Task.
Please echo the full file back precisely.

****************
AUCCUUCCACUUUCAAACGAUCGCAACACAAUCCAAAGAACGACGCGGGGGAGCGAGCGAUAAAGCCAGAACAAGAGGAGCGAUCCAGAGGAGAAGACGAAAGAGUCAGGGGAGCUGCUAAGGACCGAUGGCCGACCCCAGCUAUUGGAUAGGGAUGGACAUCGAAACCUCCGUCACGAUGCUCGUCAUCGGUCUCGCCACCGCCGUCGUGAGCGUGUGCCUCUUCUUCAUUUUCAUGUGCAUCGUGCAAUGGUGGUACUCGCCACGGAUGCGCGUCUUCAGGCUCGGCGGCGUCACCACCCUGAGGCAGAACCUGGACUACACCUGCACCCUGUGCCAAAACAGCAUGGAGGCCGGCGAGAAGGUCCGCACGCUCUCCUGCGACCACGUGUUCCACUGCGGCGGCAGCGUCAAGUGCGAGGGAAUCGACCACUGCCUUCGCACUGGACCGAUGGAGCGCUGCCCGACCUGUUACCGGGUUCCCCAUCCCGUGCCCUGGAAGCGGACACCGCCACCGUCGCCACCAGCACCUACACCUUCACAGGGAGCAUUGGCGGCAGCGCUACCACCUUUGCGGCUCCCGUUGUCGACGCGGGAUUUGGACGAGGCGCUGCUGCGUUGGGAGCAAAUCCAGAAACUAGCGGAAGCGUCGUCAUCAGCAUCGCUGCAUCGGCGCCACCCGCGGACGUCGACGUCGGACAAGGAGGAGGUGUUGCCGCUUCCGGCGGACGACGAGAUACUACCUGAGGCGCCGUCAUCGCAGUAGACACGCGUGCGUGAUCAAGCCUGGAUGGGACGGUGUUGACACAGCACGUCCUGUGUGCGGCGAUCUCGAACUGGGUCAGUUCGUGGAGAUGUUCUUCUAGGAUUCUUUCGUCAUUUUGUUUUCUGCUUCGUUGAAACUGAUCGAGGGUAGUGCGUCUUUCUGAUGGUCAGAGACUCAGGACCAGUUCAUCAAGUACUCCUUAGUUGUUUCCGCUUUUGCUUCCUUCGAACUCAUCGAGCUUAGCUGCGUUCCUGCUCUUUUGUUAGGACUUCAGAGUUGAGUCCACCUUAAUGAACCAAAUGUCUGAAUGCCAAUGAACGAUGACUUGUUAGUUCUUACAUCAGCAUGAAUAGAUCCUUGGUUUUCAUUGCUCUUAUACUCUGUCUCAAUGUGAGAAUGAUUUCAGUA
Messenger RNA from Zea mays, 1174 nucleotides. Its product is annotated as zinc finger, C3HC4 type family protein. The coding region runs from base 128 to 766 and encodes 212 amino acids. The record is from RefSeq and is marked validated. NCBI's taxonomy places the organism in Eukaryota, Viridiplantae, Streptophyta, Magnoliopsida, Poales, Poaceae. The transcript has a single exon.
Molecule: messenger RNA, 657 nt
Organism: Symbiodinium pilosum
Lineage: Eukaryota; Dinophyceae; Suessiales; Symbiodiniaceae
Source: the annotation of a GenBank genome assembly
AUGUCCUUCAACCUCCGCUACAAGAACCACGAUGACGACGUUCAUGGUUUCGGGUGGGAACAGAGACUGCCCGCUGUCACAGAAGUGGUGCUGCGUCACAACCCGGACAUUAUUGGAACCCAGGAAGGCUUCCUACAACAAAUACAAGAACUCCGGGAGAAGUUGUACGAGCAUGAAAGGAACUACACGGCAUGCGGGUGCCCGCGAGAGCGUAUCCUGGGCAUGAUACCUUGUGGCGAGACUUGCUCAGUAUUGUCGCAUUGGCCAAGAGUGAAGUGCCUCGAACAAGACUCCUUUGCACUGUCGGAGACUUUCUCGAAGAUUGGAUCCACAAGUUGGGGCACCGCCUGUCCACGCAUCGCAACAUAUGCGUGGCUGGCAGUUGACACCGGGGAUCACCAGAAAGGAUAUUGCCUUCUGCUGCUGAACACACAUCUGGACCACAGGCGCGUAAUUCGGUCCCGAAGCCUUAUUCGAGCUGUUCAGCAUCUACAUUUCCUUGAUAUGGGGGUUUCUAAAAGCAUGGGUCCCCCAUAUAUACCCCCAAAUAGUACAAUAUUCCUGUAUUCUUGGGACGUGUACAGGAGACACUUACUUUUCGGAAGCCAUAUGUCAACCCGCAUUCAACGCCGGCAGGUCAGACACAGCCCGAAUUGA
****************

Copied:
AUCCUUCCACUUUCAAACGAUCGCAACACAAUCCAAAGAACGACGCGGGGGAGCGAGCGAUAAAGCCAGAACAAGAGGAGCGAUCCAGAGGAGAAGACGAAAGAGUCAGGGGAGCUGCUAAGGACCGAUGGCCGACCCCAGCUAUUGGAUAGGGAUGGACAUCGAAACCUCCGUCACGAUGCUCGUCAUCGGUCUCGCCACCGCCGUCGUGAGCGUGUGCCUCUUCUUCAUUUUCAUGUGCAUCGUGCAAUGGUGGUACUCGCCACGGAUGCGCGUCUUCAGGCUCGGCGGCGUCACCACCCUGAGGCAGAACCUGGACUACACCUGCACCCUGUGCCAAAACAGCAUGGAGGCCGGCGAGAAGGUCCGCACGCUCUCCUGCGACCACGUGUUCCACUGCGGCGGCAGCGUCAAGUGCGAGGGAAUCGACCACUGCCUUCGCACUGGACCGAUGGAGCGCUGCCCGACCUGUUACCGGGUUCCCCAUCCCGUGCCCUGGAAGCGGACACCGCCACCGUCGCCACCAGCACCUACACCUUCACAGGGAGCAUUGGCGGCAGCGCUACCACCUUUGCGGCUCCCGUUGUCGACGCGGGAUUUGGACGAGGCGCUGCUGCGUUGGGAGCAAAUCCAGAAACUAGCGGAAGCGUCGUCAUCAGCAUCGCUGCAUCGGCGCCACCCGCGGACGUCGACGUCGGACAAGGAGGAGGUGUUGCCGCUUCCGGCGGACGACGAGAUACUACCUGAGGCGCCGUCAUCGCAGUAGACACGCGUGCGUGAUCAAGCCUGGAUGGGACGGUGUUGACACAGCACGUCCUGUGUGCGGCGAUCUCGAACUGGGUCAGUUCGUGGAGAUGUUCUUCUAGGAUUCUUUCGUCAUUUUGUUUUCUGCUUCGUUGAAACUGAUCGAGGGUAGUGCGUCUUUCUGAUGGUCAGAGACUCAGGACCAGUUCAUCAAGUACUCCUUAGUUGUUUCCGCUUUUGCUUCCUUCGAACUCAUCGAGCUUAGCUGCGUUCCUGCUCUUUUGUUAGGACUUCAGAGUUGAGUCCACCUUAAUGAACCAAAUGUCUGAAUGCCAAUGAACGAUGACUUGUUAGUUCUUACAUCAGCAUGAAUAGAUCCUUGGUUUUCAUUGCUCUUAUACUCUGUCUCAAUGUGAGAAUGAUUUCAGUA
Messenger RNA from Zea mays, 1174 nucleotides. Its product is annotated as zinc finger, C3HC4 type family protein. The coding region runs from base 128 to 766 and encodes 212 amino acids. The record is from RefSeq and is marked validated. NCBI's taxonomy places the organism in Eukaryota, Viridiplantae, Streptophyta, Magnoliopsida, Poales, Poaceae. The transcript has a single exon.
Molecule: messenger RNA, 657 nt
Organism: Symbiodinium pilosum
Lineage: Eukaryota; Dinophyceae; Suessiales; Symbiodiniaceae
Source: the annotation of a GenBank genome assembly
AUGUCCUUCAACCUCCGCUACAAGAACCACGAUGACGACGUUCAUGGUUUCGGGUGGGAACAGAGACUGCCCGCUGUCACAGAAGUGGUGCUGCGUCACAACCCGGACAUUAUUGGAACCCAGGAAGGCUUCCUACAACAAAUACAAGAACUCCGGGAGAAGUUGUACGAGCAUGAAAGGAACUACACGGCAUGCGGGUGCCCGCGAGAGCGUAUCCUGGGCAUGAUACCUUGUGGCGAGACUUGCUCAGUAUUGUCGCAUUGGCCAAGAGUGAAGUGCCUCGAACAAGACUCCUUUGCACUGUCGGAGACUUUCUCGAAGAUUGGAUCCACAAGUUGGGGCACCGCCUGUCCACGCAUCGCAACAUAUGCGUGGCUGGCAGUUGACACCGGGGAUCACCAGAAAGGAUAUUGCCUUCUGCUGCUGAACACACAUCUGGACCACAGGCGCGUAAUUCGGUCCCGAAGCCUUAUUCGAGCUGUUCAGCAUCUACAUUUCCUUGAUAUGGGGGUUUCUAAAAGCAUGGGUCCCCCAUAUAUACCCCCAAAUAGUACAAUAUUCCUGUAUUCUUGGGACGUGUACAGGAGACACUUACUUUUCGGAAGCCAUAUGUCAACCCGCAUUCAACGCCGGCAGGUCAGACACAGCCCGAAUUGA